TABLE 1__________________________________________________________________________                       #STR5##                       #STR6##   -       Stereo-             Conversionc                     Enantiomeric ExcessdLipase      preferenceb             % (time)                     Substrate                          Product__________________________________________________________________________ROH = butyl alcohol  Pseudomonas sp. 2S, 3R 23 (12 h) 19 64  lipase AK  Pseudomonas sp. 2S, 3R 41 (24 h) 35 50  lipase P-30  Porcine pancreas 2S, 3R 24 (48 h) 12 38  lipase  Candida cylindracea 2S, 3R 37 (24 h) 26 44  lipase  Humicola lanuginisa 2R, 3S 26 (36 h) 11 32  lipase R-10  Mucor miehei 2S, 3R 33 (23 h) 46 91  lipase MAP-10  41 (48 h) 59 85    51 (82 h) 77 78  ROH = isobutyl alcohol  Mucor miehei 2S, 3R 36 (24 h) 56 97  lipase MAP-10  45 (40 h) 77 95__________________________________________________________________________
Table Legend

a. For the n-butyl alcohol experiments, all reactions were conducted with (±)-5 (1 g, 0.62 mmol), n-butyl alcohol (4.6 ml, 6.2 mmol), and the lipase (3 g) in water-saturated hexane (10 ml). The suspension was shaken (250 rpm) at 23° C. for the indicated time. The reaction was terminated by removing the enzyme powder through filtration. For the isobutyl alcohol experiments, the reaction was run with (±)-5 (20 g, 0.11 mmol), isobutyl alcohol (80 ml), and lipase MAP-10 (60 g) in hexane (80 ml). The mixture was incubated at 30° C. on a rotary shaker (250 rpm). b. lit., Legters, J.; Thijs, L.; Zwanenbrurg, B., Tetrahedron Lett., 1989, 30, 4881, (2R,3S)-5, [a]D 20 =-173° (CHCl3). c. Conversion (c) was calculated from the equation, c=ee(S)/[ee(S)+ee(P)], where ee(S) and ee(P) denote the values of enantiomeric excess of substrate and product fractions, Chen, C. C.; Fujimoto, Y.; Girdaukas, G.; Sih, C. J., J. Am. Chem. Soc., 1982, 104, 7294. d. The enantiomeric excess was determined by 1 H NMR analysis using a chiral shift reagent, Eu(hfc)3.

enantioselectivity of this acyl-transfer reaction appeared to be complicated by intrinsic thermodynamic equilibrium, of which the principle is well understood, Chen, C. S.; Wu, S. H.; Girdaukas, G.; Sih, C. J.; J. Am. Chem. Soc., 1982, 104, 7294. The overall selectivity gradually diminishes as the reaction proceeds close to 50% conversion. Under these conditions, the kinetic and thermodynamic parameters were estimated to be E=33 and K=0.11. Considering the reversible biocatalyzed kinetic resolution, ##STR7## where k1, k2, k3, and k4 are apparents rate constants, E=k1 /k3 ; K=k2 /k1. A full account of this quantitative expression is described in Chen, supra. To minimize the extent of reverse catalysis, i.e. to reduce the K value, two strategies were employed, Chen, C. S.; Sih, C. J.; Angew. Chem. Int. Ed. Engl., 1989, 28, 596, selecting a sterically hindered alcohol as the acyl acceptor and increasing the alcohol concentrations. It was found that the backward reaction became virtually negligible with isobutyl alcohol-hexane (1:1; v/v) as the reaction medium. For example, (±)-5 was incubated with Lipase MAP-10 in hexane-isobutyl alcohol (1:1). At 36% and 45% conversion, the enantiomeric excess (e.e.) values for the product fraction were 97%, and 95%, respectively; those for the remaining substrate fraction were 56%, and 77%, respectively. Thus, this enzymatic process coupled with substrate recycling afforded both fractions with e.e. greater than 95%.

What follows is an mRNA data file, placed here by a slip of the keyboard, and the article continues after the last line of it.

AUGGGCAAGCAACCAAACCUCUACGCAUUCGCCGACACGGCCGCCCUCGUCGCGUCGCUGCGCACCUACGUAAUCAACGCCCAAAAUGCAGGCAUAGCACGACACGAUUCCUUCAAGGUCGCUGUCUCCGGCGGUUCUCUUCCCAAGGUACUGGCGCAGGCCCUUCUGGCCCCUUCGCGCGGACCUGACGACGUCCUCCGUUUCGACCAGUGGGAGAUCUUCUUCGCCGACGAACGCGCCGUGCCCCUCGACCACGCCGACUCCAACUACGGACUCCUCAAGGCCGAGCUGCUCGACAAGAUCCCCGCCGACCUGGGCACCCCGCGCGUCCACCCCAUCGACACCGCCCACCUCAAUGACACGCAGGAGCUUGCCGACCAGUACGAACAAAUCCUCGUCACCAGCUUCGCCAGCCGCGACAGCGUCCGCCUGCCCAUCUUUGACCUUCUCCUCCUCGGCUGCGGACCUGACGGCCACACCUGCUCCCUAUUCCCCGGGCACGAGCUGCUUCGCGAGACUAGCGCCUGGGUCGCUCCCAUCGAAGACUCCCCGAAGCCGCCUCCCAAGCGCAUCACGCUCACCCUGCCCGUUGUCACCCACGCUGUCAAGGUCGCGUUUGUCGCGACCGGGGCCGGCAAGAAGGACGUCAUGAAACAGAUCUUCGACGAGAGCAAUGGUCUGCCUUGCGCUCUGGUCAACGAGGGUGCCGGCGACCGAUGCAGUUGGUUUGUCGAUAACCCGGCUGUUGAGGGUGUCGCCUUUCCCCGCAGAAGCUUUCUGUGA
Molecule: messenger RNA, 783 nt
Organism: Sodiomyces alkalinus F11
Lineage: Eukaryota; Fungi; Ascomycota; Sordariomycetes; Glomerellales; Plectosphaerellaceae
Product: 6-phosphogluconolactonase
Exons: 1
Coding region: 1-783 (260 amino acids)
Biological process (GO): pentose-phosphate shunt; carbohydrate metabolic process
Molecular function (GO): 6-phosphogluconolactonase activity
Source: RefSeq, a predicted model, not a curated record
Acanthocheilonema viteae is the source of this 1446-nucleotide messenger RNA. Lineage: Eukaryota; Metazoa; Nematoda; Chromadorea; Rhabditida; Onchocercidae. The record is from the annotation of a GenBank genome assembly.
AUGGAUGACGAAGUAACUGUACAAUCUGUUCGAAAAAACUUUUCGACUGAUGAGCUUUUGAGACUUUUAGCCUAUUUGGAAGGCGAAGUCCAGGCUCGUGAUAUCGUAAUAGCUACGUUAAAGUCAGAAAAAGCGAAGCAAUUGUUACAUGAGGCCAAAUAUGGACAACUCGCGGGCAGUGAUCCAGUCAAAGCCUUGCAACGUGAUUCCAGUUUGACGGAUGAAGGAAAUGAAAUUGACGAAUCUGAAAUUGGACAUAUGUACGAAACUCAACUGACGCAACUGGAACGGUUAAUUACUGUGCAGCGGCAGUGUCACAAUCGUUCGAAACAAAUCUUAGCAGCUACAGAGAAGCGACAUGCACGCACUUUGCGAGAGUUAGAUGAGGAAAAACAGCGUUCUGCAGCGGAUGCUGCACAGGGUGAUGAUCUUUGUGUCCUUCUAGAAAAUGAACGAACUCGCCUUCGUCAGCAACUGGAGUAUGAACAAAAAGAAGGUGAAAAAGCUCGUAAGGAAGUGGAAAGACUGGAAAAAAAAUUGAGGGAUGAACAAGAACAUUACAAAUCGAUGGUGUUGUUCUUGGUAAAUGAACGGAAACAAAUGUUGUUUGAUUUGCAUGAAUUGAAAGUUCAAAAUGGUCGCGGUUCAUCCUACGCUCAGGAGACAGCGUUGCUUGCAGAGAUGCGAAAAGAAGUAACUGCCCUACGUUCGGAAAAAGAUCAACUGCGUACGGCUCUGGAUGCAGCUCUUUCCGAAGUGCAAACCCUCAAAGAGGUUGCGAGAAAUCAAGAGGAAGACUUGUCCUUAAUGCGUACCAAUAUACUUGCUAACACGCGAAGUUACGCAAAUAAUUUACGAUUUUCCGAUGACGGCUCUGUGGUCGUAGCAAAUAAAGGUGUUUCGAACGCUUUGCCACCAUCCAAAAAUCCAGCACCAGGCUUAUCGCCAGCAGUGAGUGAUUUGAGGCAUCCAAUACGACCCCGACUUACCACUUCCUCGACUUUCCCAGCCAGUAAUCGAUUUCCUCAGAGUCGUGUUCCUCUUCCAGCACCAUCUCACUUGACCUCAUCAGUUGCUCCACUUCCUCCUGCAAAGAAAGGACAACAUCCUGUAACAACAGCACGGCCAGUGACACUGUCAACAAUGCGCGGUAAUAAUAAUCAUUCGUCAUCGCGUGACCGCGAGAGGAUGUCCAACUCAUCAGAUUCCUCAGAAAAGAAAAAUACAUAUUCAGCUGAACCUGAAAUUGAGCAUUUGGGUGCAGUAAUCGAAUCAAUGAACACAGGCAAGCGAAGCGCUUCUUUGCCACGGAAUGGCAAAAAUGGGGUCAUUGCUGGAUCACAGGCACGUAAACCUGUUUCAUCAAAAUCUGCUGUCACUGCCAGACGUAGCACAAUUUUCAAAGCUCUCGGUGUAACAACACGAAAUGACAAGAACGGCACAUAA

(-)-5 and (+)-7 can be efficiently utilized to prepare the desired C-13 side chain methyl ester (16) as illustrated in the Scheme set forth below. ##STR8## Regioselective cleavage of the (2R,3S)-epoxide 5 with diethylamine hydrobromide, Gao, L. -X.; Saitoh, H.; Feng, F.; Murai, A.; Chem. Lett., 1991, 1787, and diethyla uminum chloride yielded the (2R,3R)-hydroxy bromide (-)-8 in 90% yield. No appreciable formation of the (2R,3R)-epimer was detectable. Azide displacement of (+)-8 led to the C-3 inverted product (+)-9 in 80% yield. The hydroxy azide 9 was then subjected to benzoylation and hydrogenation in the usual manner, furnishing directly 16 in quantitative yield, 16: mp 181-183° C.; [a]D 20=-49 ° (c 1, CH3OH); lit. (ref. 7): [a]D20=-49.6° (c 1, CH3OH). Recrystallization of the crude compound gave enantiomerically pure 16 with an overall yield of 50% from (-)-5. On the other hand, the use of (+)-7 could be made of by refluxing with sodium azide and ammonium chloride in acetone-water to afford the (2S,3S)-hydroxy azide (+)-11. Compound (+)-11 was subjected to benzoylation and then hydrogenation to yield the key intermediate (-)-13. To confirm the structure of the compound, the isobutyl ester was transformed to the corresponding methyl ester (-)-14 in 81% yield. The erythro-isomer 14 was treated with thionyl chloride to afford the oxazoline intermediate (+)-15, resulting in inversion of configuration at the C-2, (a) Johnson, W. S.; Schuber, E. N.; J. Am. Chem. Soc., 1950, 72, 2187; (b) McCasland, G. E.; Smith, D. A.; Ibid, 1950, 72, 2190. Subsequent hydrolysis of (+)-15 with aqueous 1 N HCl in methanol, followed by recrystallization, yielded the enantiomerically pure thero-isomer 16 with an overall yield of 44% from (+)-7.

The synthetic method disclosed herein is straightforward, utilizes readily available materials and an inexpensive lipase and provides an expedient entry to the taxol C-13 side chain and its analogues.

EXAMPLE

Enantioselective Transesterification of (±)-5 with Isobutyl alcohol in Hexane by Mucor miehei Lipase MAP-10. Crude MAP-10 lipase (60 g powder, 4 g protein) was added to a mixture of (+)-5 (20 g, 0.11 mol) and isobutyl alcohol (80 ml) in hexane (80 ml). The resulting suspension was incubated at 30° C. on a rotary shaker (250 rpm). After 40 h, the reaction was terminated by removing the enzyme powder through filtration. The organic solvent was taken to dryness under reduced pressure, and the residue was chromatographed over a silica gel column (hexane-ethyl ether, 20:1) to afford (+)-7 {11.3 g; [a]D20=+129° (c 1.5, CHCl3); 95% e.e.} and (-)-5 {12.5 g; [a]D20=-133° (c 1.5, CHCl3); 77% e.e.}. The remaining substrate (12.5 g) was reincubated with lipase MAP-10 (12 g) in hexane-isobutyl alcohol (1:1, 30 ml). The reaction was stopped after 48 h according to the procedure described above to furnish (-)-5 {8.5 g; [a]D20=-163° (c 1.5, CHCl3); 95% e.e.}.